NEW YORK (MainStreet) — In executive suites across the fruited plains, corporate financial officers are focusing on two words these days: employee retention.
A poll from Menlo Park, Calif.-based AccountTemps shows 79% of U.S. chief financial officers are "taking steps to improve employee retention as the economy recovers." Furthermore, to keep talented, effective employees on board, 63% say they are promoting "top performers" and 52% say they are doling out raises to favored staffers.
Increasingly, company executives see promotions and raises as insurance policies against key personnel from leaving, especially for a competitor. "Businesses can lose their competitive edge if they don't have key players in place as new growth opportunities arise," says Bill Driscoll, a district president of AccounTemps. "Employers who aren't actively engaging with their best people and providing competitive salaries risk losing them to other offers."
With management largely on board for giving out raises, how can you stake your claim to a bigger paycheck? Experts advise demonstrating a passion for the job, and a commitment to the company.
"I've had workers ask for raises in the first half of 2015," says Andrew Royce Bauer, chief executive at Royce Leather, a Secaucus, N.J., provider of travel and lifestyle accessories. "Employees explain they will work harder, work longer and more effectively with greater responsibility and greater wages."
"As a CEO, I always prefer to promote workers in-house rather than hire workers from outside our business," Bauer says. "As a result, I am happy to promote workers who take the initiative and show me that they want to be a part of Royce Leather for the long term. We want a worker to show as much passion for this business as management does."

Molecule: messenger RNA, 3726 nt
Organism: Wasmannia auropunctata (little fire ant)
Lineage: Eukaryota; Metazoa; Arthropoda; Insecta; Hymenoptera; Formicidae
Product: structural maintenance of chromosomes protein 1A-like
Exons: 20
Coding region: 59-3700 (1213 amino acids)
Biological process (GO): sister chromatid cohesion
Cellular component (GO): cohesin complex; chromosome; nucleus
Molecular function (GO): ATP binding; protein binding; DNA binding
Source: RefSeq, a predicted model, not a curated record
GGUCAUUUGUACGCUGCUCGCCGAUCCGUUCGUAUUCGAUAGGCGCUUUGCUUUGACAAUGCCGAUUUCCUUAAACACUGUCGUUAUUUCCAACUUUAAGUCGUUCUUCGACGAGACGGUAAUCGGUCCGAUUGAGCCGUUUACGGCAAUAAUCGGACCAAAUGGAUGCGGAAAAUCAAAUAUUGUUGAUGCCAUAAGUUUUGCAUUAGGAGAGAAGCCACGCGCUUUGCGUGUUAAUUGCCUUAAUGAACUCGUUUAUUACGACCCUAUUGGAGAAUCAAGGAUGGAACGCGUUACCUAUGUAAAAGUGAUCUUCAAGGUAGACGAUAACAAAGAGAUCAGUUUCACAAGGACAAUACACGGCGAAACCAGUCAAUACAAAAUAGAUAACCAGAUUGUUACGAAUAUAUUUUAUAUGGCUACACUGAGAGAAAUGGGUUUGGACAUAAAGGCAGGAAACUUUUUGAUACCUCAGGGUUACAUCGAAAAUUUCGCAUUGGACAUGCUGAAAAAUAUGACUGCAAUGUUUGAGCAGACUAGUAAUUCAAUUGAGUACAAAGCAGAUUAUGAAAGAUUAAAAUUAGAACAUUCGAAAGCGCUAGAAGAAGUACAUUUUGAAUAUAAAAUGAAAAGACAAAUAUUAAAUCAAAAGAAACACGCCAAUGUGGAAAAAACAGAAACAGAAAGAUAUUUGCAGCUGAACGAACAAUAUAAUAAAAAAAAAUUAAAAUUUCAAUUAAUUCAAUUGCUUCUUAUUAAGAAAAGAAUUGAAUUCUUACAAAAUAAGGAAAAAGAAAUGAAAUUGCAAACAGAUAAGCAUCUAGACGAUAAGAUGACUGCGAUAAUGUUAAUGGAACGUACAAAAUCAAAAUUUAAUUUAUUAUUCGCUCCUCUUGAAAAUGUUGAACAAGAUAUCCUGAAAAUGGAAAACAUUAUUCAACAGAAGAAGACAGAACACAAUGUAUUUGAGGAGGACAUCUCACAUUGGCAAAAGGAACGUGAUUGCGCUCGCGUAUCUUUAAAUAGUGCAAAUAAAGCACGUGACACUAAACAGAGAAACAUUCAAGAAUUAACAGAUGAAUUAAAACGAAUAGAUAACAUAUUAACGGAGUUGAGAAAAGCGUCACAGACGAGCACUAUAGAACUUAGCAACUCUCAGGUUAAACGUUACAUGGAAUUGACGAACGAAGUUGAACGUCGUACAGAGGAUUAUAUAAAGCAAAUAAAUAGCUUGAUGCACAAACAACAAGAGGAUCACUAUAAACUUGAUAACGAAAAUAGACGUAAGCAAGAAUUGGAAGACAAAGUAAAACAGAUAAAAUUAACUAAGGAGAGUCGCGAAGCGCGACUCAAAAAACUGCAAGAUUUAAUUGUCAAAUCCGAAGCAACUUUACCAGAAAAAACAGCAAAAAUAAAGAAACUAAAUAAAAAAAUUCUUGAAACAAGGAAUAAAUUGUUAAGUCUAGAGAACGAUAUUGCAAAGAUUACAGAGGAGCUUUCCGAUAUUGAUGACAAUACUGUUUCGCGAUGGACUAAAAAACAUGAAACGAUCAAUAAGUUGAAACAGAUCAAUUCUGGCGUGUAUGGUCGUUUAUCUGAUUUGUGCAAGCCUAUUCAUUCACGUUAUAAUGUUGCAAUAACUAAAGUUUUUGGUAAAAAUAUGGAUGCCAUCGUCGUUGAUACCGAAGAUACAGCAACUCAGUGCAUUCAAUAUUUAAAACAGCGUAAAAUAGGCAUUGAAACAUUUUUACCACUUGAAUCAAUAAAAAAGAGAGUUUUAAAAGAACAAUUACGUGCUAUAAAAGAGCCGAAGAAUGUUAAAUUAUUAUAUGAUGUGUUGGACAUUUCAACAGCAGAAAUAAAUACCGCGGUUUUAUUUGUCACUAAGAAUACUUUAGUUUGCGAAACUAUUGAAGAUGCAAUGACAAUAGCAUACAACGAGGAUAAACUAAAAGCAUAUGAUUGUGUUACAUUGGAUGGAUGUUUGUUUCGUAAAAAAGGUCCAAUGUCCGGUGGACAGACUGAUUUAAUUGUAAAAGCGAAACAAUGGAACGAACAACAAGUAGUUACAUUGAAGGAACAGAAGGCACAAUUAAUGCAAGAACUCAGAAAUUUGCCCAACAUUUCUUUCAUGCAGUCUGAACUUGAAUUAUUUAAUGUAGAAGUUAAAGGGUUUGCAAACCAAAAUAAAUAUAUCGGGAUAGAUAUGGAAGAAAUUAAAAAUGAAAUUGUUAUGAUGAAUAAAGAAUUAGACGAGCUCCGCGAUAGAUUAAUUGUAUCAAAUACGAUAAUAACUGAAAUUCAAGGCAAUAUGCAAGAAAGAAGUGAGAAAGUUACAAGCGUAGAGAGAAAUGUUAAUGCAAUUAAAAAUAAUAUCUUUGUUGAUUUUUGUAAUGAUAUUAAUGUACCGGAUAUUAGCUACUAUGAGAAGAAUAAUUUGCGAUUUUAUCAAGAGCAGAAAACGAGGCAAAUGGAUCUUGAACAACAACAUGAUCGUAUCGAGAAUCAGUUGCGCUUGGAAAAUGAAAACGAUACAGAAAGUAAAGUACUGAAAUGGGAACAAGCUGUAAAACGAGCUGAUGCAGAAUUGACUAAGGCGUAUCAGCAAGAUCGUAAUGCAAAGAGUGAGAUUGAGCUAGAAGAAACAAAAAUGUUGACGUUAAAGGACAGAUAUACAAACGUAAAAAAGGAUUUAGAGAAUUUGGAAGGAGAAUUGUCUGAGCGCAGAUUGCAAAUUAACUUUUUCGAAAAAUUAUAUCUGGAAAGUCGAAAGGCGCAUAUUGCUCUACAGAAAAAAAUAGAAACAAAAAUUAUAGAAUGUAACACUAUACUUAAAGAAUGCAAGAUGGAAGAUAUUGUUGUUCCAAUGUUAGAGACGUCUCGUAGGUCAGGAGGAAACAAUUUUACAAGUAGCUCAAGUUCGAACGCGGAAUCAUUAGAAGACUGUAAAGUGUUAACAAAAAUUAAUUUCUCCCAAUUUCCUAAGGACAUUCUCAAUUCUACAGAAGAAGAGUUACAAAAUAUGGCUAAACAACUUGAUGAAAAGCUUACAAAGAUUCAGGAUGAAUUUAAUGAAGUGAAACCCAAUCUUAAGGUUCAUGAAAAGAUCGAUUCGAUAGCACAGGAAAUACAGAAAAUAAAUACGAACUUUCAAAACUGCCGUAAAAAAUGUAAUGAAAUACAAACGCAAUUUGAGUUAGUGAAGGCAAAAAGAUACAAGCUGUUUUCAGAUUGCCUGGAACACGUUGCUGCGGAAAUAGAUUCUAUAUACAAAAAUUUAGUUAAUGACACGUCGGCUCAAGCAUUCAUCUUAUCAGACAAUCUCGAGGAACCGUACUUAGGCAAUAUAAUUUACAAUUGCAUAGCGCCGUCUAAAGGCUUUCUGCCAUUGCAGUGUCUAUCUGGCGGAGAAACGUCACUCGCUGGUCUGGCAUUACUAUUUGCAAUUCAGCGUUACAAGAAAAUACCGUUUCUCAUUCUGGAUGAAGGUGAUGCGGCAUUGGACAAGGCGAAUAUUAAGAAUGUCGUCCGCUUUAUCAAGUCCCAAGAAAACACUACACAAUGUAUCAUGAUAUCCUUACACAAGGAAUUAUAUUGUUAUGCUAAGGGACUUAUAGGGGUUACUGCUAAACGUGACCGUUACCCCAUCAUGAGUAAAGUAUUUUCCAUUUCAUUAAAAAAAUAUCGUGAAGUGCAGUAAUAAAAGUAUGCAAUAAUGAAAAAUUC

Demonstrating an effective track record on the job can sway company decision-makers too. "I am constantly looking for ways to retain strong talent," says Bita Goldman, general counsel and vice president of operations at Quantum Networks in New York City. "We conduct regular employee reviews, but I always tell new hires that they should feel confident to ask for a raise any time in between a review so long as they can show growth. If any employee comes to me with tangible numbers of money that was saved, it is hard to deny his or her request for a raise."
Better yet, Goldman says, is to put the numbers on paper or in an email and submit them before a meeting. "This gives me an opportunity to look into the facts and see that indeed this employee is worth the extra money."
It's also likely better for employees to give a little extra effort all the time, rather than show bursts of productivity some of the time. Management is more likely to reward steady producers over erratic performers.
"Your employer also wants to see that you're in it for the long haul — not just a few special projects where you feel like you get something in return," says Heather Neisen, human resources manager at TechnologyAdvice, a Nashville, Tenn., business IT services provider. "If you give your role 110% every day, over time you'll have hopefully created so much value that you've become even more of an asset to the company due to your skills, attitude and dedication."
"At our company, we like to call it the 'extra 10%' — giving a bit more every day compounds over time," Neisen adds. "Giving 200% just once or twice is all smoke and mirrors."
Before you go to management and ask for a raise, make sure you have all your bases covered and have done your due diligence. "Research your job title on career sites like Glassdoor.com and Salary.com to give you a salary level benchmark," advises Michelle Joseph, chief executive of PeopleFoundry, a Chicago consulting firm. "Once you put out a number you think is fair — wait. If you're too eager to hear back and bug them with other offers, this makes you look weak."
"Don't let statements like 'Well, maybe they didn't get my email' or 'I should go a little lower' enter your mind," Joseph adds.
— Written by Brian O'Connell for MainStreet